Miftah Projects – A Farmer’s Profile

mb4Established: 2003

Miftah Projects is owned by Yiftah and Merav Haspel. It was established in 2003 by Yiftah who has a background in engineering and began developing net houses, a concept that was new to Israel at the time. Soon it gained popularity as the quality of produce grown in net houses surpassed open field crops and retailers began demanding fruits that were grown in net houses. Miftach are responsible for what can arguably be called a small agricultural revolution in Israel and they continue to develop new net houses for a great variety of crops.

They prepare a customized kit for each of their clients, depending on the type of crop they wish to grow.

They have created net houses for Bananas, apples, Kiwi, Tabacco, pears, berries and more.

mb5A net house is an iron structure with cables and stretched sheets made of varying materials. Unlike a greenhouse, the net house is not completely sealed. It provides the right amount of sunlight and shade needed for the specific crop, protecting it on the one hand from frost bite on cold nights (one of the greatest hazards in bananas for example) and shades them from excessive sunlight on the other. During the summer the net will cover in dust and offer greater protection from the sun, while in the winter, the dust will be washed away allowing more sunlight in. It also allows for crops such as bananas that cannot be grown in greenhouses.

Different kinds of nets are used for different crops. Some cherries for example require sealed nets to prevent hail from damaging them in the winter, while Pink Lady apples for example, require nets that are easy to open and close, as they must have access to sunlight at a certain point of their growth, to provide them with the pinkish hue buyers expect them to have. Net houses are also cheaper than greenhouses making them a cheap and flexible solution for farmers and something that is very useful to the Agrostudies students who are interning on their farm.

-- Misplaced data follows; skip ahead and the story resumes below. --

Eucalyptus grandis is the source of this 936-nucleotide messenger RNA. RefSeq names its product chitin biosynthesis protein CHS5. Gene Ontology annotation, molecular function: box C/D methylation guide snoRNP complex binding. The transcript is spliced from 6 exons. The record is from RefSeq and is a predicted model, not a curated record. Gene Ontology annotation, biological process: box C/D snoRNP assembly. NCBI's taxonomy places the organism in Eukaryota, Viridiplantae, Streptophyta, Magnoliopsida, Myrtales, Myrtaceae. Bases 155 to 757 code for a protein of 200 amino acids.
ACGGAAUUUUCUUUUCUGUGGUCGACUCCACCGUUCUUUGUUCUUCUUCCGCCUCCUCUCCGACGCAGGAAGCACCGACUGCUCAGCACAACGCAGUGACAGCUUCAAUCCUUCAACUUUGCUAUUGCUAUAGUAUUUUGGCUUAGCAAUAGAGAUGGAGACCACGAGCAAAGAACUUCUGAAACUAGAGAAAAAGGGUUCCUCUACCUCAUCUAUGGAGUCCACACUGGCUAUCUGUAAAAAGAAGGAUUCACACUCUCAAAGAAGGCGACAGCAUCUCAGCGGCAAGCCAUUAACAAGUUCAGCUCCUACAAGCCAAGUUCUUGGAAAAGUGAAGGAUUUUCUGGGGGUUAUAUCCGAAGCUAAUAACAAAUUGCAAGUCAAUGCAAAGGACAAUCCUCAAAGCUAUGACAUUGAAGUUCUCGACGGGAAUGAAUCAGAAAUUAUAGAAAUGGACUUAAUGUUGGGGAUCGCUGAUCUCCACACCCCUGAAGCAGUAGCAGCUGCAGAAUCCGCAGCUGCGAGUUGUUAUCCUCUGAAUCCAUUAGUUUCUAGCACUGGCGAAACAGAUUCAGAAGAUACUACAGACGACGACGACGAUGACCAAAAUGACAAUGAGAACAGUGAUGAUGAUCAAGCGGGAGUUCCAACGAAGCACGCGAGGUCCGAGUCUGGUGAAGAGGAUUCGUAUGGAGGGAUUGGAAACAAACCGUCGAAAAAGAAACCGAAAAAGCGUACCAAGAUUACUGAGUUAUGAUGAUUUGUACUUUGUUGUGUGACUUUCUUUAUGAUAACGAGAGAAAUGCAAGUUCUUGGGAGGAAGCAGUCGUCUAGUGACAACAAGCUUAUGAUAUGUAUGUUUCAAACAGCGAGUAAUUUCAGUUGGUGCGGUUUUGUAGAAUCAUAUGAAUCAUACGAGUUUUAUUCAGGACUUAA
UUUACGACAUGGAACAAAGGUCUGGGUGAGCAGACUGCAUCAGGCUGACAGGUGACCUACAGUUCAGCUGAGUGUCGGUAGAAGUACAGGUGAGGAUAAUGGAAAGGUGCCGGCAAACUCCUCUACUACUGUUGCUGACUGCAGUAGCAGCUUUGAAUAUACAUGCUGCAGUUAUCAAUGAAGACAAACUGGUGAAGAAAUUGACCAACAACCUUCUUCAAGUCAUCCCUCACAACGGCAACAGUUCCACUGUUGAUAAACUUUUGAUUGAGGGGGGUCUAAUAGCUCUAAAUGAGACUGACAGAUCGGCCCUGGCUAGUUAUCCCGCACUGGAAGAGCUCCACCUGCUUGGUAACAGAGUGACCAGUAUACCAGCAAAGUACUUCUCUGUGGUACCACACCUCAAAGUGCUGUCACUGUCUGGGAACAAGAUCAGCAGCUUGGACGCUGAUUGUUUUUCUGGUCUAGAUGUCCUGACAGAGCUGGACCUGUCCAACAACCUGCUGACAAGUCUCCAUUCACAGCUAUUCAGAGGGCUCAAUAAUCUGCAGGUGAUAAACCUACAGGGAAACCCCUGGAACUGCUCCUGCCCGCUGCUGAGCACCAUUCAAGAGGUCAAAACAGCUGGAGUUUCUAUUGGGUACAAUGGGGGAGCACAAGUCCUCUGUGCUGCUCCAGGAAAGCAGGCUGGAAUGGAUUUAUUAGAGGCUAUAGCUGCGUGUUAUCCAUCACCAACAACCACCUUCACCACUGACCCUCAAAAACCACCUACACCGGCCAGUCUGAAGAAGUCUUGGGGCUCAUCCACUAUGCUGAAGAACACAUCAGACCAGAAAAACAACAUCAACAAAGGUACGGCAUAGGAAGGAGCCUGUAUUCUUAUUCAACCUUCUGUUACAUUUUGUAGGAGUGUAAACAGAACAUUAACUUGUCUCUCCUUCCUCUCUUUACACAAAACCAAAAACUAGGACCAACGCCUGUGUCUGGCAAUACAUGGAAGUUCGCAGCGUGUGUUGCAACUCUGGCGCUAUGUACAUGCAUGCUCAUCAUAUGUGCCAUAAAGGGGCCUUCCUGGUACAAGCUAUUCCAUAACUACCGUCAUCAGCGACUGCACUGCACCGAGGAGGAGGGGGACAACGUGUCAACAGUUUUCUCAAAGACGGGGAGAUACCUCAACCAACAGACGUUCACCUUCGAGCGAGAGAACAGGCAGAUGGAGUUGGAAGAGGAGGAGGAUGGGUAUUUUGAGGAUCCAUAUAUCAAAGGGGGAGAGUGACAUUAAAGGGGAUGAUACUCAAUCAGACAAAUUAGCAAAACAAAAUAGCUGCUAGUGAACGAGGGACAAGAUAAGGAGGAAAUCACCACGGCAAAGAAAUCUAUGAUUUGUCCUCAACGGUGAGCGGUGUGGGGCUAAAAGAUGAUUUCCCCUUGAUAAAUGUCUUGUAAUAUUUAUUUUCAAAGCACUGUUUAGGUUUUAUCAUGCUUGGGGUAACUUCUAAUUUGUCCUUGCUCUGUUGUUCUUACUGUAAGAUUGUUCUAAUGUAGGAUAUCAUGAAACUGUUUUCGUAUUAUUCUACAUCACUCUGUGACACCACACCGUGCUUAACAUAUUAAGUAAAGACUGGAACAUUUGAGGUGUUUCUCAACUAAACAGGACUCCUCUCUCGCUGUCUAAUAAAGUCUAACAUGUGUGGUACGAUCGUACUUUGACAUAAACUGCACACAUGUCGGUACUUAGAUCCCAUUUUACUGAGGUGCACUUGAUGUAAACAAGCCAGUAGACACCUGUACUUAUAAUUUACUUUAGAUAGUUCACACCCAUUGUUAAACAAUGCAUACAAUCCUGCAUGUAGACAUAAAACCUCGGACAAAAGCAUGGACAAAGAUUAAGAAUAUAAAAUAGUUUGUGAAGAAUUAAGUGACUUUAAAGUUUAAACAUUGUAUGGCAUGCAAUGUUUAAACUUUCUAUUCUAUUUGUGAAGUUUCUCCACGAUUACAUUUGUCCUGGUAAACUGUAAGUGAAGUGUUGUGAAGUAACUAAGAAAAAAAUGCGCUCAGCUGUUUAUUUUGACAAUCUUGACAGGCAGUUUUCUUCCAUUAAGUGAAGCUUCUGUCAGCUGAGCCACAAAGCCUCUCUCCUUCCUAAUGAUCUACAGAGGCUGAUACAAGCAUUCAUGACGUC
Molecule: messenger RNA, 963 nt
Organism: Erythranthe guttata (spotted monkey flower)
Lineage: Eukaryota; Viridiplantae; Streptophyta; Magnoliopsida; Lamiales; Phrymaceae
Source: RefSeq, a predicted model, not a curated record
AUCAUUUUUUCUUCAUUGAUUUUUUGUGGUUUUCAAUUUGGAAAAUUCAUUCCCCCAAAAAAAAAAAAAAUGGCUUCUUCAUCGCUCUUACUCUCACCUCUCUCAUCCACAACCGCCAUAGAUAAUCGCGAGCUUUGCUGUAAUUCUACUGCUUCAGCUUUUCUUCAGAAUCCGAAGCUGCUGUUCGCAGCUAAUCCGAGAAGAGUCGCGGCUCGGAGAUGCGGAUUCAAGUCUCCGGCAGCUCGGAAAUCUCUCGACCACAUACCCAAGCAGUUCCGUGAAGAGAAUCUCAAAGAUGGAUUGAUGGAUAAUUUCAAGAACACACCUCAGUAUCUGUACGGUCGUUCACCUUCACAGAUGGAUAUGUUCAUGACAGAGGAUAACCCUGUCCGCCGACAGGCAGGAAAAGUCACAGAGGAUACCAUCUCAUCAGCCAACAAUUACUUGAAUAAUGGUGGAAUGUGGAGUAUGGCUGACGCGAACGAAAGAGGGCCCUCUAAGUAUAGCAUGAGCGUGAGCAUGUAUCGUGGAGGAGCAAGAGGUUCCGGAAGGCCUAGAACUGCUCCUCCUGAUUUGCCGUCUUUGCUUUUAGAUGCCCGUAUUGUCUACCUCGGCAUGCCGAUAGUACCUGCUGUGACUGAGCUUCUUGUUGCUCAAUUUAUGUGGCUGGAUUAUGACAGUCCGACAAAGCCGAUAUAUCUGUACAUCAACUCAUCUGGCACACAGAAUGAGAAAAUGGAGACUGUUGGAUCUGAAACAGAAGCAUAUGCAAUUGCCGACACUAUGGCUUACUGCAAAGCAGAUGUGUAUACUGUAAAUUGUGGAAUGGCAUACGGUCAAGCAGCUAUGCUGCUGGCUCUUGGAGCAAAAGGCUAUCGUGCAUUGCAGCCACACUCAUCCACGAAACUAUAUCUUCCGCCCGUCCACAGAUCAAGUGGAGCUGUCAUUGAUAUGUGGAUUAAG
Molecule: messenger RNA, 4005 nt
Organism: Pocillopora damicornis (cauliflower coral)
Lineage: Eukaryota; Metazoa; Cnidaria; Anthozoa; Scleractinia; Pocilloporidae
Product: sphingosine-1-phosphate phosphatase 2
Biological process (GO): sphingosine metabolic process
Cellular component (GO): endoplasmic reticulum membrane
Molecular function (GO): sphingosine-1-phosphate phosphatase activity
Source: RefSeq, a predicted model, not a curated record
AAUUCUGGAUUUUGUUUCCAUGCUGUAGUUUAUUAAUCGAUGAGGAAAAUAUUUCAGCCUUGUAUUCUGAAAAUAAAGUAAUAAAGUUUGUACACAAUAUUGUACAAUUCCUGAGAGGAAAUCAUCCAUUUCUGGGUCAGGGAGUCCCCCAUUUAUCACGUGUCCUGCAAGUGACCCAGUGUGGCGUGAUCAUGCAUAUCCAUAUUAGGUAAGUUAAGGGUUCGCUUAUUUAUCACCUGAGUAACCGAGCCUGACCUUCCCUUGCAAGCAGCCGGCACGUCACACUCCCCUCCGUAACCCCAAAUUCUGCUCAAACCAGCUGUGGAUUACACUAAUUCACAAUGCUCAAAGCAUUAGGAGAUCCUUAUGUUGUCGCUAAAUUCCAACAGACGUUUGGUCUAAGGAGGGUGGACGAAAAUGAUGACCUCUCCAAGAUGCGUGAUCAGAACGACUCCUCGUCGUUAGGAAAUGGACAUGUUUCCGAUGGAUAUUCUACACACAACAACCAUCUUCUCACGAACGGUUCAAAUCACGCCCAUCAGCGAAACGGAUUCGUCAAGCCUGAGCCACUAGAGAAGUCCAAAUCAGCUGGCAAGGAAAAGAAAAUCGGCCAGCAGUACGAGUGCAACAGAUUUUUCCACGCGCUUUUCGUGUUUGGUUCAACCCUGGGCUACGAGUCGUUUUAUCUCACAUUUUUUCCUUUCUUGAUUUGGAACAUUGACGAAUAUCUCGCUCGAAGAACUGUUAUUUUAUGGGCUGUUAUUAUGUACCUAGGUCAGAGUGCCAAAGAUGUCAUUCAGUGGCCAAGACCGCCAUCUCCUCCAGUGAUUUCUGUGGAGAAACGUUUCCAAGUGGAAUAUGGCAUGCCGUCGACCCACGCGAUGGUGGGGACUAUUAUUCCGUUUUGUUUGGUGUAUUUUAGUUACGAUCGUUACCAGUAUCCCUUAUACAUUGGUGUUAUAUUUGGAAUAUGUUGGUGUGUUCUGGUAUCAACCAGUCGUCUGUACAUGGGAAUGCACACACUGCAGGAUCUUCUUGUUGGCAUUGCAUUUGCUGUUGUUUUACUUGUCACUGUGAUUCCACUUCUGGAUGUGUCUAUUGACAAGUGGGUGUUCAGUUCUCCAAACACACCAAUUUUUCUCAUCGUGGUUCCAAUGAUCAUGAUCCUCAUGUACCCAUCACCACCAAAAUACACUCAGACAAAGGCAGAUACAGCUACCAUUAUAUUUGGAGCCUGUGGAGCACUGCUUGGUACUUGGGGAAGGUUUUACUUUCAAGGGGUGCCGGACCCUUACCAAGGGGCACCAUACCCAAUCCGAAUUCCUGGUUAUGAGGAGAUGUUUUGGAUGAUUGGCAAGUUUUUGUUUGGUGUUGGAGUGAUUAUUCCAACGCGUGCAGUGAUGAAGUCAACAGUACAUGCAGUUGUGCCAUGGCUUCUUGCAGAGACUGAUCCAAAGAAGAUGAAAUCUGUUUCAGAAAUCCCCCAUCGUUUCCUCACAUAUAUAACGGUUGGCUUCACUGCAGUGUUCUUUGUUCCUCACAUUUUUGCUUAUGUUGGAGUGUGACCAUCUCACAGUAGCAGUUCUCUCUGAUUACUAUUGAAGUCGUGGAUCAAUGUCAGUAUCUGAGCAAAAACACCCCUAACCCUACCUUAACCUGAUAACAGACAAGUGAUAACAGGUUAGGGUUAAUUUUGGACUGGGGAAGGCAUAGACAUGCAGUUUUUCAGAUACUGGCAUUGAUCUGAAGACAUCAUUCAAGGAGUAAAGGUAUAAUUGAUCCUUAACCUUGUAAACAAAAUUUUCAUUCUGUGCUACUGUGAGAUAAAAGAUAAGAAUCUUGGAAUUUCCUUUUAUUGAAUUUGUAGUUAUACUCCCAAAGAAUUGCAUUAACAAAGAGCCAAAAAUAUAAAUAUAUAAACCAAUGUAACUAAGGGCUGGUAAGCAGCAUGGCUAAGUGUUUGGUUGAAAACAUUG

Today the farm also grows its own produce. They are experimenting with berries and take on between 10-14 students each year, mostly from the Philippines, who help them on the farm and are fortunate to have the opportunity to learn about net houses and take back priceless experience.

The farm is a family business and that is the same attitude they take towards the students who truly become part of the family, who join in on family events, befriend their children and participate in Holidays, such as toasting Passover, just recently.

WhatsApp Image 2017-04-28 at 08.30.30The students who intern on the farm live on the Kibbutz in apartments near the youth section, where the Tzabar Program members also reside. Recently they began experiments of their own next to their living quarters. They decided to experiment with berries so they constructed several small wooden structures and a cover. In each one they are planting berries and testing their response to different types of water (fresh, renewed, desalinated etc.). This is for their final project and they are receiving a lot of interest in their study. So much in fact, that Merav asked them for an info sheet which she then published in the Kibbutz’s paper, which led to quite a bit of excitement amongst the students, who were proud of their work and the interest it draws.

Of course, the best thing about it is the experience they are acquiring and the fact that many of these methods can be replicated in their home country relatively easily. The work they do at Miftah is not simple, in fact, its quite complicated. It requires a lot of knowledge and a deep understanding of the materials involved and the different plants, which requires experience. Luckily, that is exactly what the students are acquiring on the farm, doing by learning every single day.

This technology has caught on in Israel very swiftly, so that today, few farmers still grow in the open fields when net houses are possible, and hopefully it will also catch on in the students home country, the Philippines and lead them to the same success.

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